In a given year the faithful Christian will hear approximately 250 to 300 Bible lessons when you count regular attendance, devotionals, weddings, funerals and other occasions where the Bible is preached or taught. That’s a lot of attention to one source, a lot of time spent learning about a single book.
Of course we think that it’s time well spent since we believe that the Bible is God’s word. We usually study what’s in the Bible, what it says, but tonight and next week I want to talk about the Bible itself:
- How it came to be
- How we know that it’s from God
Why we can be assured that our Bible is reliable and worthy of all the time we invest in studying it.
Since the Bible is a book, we’ll begin with the history of writing and writing materials used in making ancient books.
History of Writing
Many people believed for a long time that early man was ignorant and rejected the idea that ancient civilizations used writing or writing materials. This was their main argument against the authorship of Moses or Abraham who lived thousands of years before Christ.
“Couldn’t have been Moses because writing didn’t exist then.”
However we have learned several things about ancient writing and authors.
- Egypt has inscriptions that date as far back as 4000 – 5000 B.C.
- King Sargon I – 2350 B.C. has inscriptions referring to him.
- They have found letters written by Palestinian officials dating back to 1500 B.C. (Moses’ time)
As I said before, many discounted Moses as being the author of the first 5 books of the Bible because he lived too early for writing to have existed – however modern findings have confirmed writing in early civilizations and the claim that the Bible makes that Moses wrote the beginning part of the Bible, has been justified.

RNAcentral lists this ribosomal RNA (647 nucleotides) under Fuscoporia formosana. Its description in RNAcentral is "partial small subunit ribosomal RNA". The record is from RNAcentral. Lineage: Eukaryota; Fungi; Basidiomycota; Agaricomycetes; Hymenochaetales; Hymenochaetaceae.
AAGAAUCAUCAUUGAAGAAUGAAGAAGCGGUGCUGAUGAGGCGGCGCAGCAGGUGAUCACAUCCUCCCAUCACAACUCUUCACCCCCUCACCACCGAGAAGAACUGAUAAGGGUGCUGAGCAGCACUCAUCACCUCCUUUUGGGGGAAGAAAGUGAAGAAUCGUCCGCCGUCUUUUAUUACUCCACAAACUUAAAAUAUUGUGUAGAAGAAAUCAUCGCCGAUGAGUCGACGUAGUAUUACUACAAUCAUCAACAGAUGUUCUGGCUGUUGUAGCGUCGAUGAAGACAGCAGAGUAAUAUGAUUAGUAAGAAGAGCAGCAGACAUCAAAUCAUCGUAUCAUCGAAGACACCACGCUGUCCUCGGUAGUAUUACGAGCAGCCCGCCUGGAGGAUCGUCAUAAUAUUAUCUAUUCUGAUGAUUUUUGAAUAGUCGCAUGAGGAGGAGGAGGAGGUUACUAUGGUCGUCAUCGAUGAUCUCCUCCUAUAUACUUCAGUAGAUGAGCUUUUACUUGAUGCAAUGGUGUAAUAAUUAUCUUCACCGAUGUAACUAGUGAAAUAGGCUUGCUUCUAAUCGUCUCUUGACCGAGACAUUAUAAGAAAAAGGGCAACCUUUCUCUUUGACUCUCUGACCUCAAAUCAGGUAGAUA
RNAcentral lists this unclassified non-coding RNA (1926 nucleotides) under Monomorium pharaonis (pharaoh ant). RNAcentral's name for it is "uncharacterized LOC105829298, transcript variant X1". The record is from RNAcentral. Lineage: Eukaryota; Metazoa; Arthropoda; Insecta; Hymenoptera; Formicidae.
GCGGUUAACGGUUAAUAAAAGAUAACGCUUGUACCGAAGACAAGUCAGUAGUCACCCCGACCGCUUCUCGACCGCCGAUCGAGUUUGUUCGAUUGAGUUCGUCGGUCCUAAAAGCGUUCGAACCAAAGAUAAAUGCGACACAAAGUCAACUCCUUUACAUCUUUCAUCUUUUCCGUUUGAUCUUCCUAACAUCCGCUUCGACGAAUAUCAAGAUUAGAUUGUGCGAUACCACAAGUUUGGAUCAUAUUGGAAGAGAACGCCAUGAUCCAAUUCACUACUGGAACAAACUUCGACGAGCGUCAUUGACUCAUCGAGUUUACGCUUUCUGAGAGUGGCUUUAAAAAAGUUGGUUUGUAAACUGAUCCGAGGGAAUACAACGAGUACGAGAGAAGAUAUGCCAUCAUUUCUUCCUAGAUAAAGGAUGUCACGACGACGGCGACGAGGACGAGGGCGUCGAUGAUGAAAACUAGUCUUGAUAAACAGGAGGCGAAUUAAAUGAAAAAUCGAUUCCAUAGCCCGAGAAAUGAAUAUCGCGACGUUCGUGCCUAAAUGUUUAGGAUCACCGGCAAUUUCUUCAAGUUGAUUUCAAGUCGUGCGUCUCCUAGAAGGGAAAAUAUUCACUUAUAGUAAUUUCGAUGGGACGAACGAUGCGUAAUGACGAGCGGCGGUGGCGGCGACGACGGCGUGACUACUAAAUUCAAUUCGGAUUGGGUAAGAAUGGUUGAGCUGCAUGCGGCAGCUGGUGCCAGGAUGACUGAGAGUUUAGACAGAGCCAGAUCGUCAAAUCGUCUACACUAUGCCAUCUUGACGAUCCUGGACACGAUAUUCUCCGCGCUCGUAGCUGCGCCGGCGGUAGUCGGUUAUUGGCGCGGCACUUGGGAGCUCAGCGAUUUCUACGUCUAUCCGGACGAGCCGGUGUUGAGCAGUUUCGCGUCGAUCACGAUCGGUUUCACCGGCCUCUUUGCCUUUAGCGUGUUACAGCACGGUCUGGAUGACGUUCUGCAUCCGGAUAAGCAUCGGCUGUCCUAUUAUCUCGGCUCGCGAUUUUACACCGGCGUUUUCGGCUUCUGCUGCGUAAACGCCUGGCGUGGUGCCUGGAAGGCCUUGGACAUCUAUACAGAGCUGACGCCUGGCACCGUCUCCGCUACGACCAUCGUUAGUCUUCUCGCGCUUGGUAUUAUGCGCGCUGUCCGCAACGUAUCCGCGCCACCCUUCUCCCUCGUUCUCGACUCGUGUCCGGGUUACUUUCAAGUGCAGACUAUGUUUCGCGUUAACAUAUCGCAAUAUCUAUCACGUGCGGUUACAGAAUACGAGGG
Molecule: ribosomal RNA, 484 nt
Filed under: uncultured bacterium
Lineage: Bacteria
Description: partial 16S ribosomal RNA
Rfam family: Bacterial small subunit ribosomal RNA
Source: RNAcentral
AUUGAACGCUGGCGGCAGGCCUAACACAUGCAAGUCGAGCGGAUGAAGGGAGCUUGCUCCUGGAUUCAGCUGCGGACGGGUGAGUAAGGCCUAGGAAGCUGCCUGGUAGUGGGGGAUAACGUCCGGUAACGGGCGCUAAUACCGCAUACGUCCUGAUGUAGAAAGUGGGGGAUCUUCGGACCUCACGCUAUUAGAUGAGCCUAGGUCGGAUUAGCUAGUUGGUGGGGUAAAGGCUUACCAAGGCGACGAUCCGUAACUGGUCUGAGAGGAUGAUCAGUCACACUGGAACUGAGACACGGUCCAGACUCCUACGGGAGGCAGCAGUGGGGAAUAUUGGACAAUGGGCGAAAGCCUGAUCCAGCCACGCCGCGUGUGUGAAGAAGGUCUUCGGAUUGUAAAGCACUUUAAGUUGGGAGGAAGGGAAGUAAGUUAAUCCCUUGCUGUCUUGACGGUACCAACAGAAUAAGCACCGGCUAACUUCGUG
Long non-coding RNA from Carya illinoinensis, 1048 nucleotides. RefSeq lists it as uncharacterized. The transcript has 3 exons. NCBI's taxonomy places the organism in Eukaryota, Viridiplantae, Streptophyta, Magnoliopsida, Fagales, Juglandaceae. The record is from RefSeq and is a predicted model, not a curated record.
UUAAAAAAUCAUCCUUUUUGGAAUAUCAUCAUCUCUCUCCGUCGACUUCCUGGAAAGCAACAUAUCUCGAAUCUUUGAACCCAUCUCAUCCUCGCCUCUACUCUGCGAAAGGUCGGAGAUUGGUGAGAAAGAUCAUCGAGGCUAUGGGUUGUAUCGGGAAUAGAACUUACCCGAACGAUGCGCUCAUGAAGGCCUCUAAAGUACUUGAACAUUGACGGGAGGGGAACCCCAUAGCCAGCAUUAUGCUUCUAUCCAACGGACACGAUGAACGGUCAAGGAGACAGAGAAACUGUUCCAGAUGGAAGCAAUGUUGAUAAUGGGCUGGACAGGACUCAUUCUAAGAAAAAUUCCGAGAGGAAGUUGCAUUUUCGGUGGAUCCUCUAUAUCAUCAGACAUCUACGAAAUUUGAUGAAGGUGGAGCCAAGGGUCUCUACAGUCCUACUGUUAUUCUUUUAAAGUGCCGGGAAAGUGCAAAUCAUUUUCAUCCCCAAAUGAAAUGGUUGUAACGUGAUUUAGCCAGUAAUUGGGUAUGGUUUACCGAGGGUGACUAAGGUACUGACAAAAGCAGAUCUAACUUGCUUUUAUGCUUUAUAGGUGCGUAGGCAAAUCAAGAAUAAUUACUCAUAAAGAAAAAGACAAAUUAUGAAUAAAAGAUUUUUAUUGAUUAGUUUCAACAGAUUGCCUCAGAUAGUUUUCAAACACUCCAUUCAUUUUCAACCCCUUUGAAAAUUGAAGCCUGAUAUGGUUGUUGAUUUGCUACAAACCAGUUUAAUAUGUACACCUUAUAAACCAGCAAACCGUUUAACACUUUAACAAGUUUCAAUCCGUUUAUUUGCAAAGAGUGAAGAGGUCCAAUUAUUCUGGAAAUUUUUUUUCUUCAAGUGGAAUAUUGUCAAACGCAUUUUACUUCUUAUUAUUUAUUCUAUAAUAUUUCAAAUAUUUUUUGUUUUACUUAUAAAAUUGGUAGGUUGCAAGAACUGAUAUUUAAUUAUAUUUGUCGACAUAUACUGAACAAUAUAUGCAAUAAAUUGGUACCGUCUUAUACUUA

NB The more research, the more discoveries the stronger the case for the Bible as the infallible word of God.
History of Writing Materials Used in Making Ancient Books.
1. Stone – Earliest writing materials were stone. 10 commandments (1500 B.C.) were on stone, which matches archaeological discoveries.
2. Clay – Assyria /Babylonia used this as their main writing materials. Large libraries have been discovered in modern times – all clay tablets. Ezekiel 4:1 (600 B.C.) God tells Ezekiel to write on a brick or clay tablet.
3. Wood – Wooden tables used during the time as well. Isaiah 30:8 (750B.C.)
4. Leather – Specially treated animal skins were marked upon using knives. II Timothy 4:13 probably refers to O.T. portions written on arrival skins (parchments).
5. Papyrus – Great advances were made as the Egyptians developed papyrus as a writing surface. Papyrus was a plant that grew along the Nile. Inside was spongy material. This material was removed, cut into strips which were laid side by side to form a sheet, another layer was laid crosswise on top of it and both were pressed together. They were then dried and ready for use. Sometimes a sheet was used alone for a letter or business receipt; sometimes they were attached together to form a scroll. A roll was about 30ft. long and 9-10 inches wide. Writing was done on one side and a wooden roll-pin was inserted for easy use. These were the “books” of the ancient world, referred to as scrolls. Leather was used in the O.T. and with time papyrus was used in the new.
6. Papyrus Codex – Codex manuscript was used in the 1st & 2nd century. These were merely single papyrus sheets put together in book form, rather than rolled. Early N.T. writings were mainly in the Codex form.
7. Vellum Codex – This development was important because most N.T. manuscripts from the 4th to 14th century were written on this type of material. In the late 1st century a king named Eumenes II of Perganum (Asia Minor) wanted to build a world-class library. The king of Egypt, for some reason, tried to prevent this by cutting off his papyrus supply. This forced the king to develop newer forms of writing materials (Necessity the mother of invention). He did this by improving the process of treating animal skins (which had been used for hundreds of years already). He dried and processed (by rubbing with smooth stones) calves (Vellum/Veal) or antelope skins. The main value of this new process (aside from beauty – some were dyed purple and written on with gold ink) was that they lasted much longer. Papyrus tended to dry and deteriorate quickly. Two of the most valuable copies of N.T. manuscripts that still exist today were written on Vellum (Veal) Codex (Book).
8. Paper – Paper was invented in the orient in the 13 – 14th century and spread westward from there.